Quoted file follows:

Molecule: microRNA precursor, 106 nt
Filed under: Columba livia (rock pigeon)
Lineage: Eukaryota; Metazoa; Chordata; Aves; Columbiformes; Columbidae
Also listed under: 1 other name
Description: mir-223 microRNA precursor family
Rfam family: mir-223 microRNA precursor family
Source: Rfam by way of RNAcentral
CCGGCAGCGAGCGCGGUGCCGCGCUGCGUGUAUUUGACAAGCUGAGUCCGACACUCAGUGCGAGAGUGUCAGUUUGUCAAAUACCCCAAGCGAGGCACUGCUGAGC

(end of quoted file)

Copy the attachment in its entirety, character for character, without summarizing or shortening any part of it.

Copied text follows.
Molecule: microRNA precursor, 106 nt
Filed under: Columba livia (rock pigeon)
Lineage: Eukaryota; Metazoa; Chordata; Aves; Columbiformes; Columbidae
Also listed under: 1 other name
Description: mir-223 microRNA precursor family
Rfam family: mir-223 microRNA precursor family
Source: Rfam by way of RNAcentral
CCGGCAGCGAGCGCGGUGCCGCGCUGCGUGUAUUUGACAAGCUGAGUCCGACACUCAGUGCGAGAGUGUCAGUUUGUCAAAUACCCCAAGCGAGGCACUGCUGAGC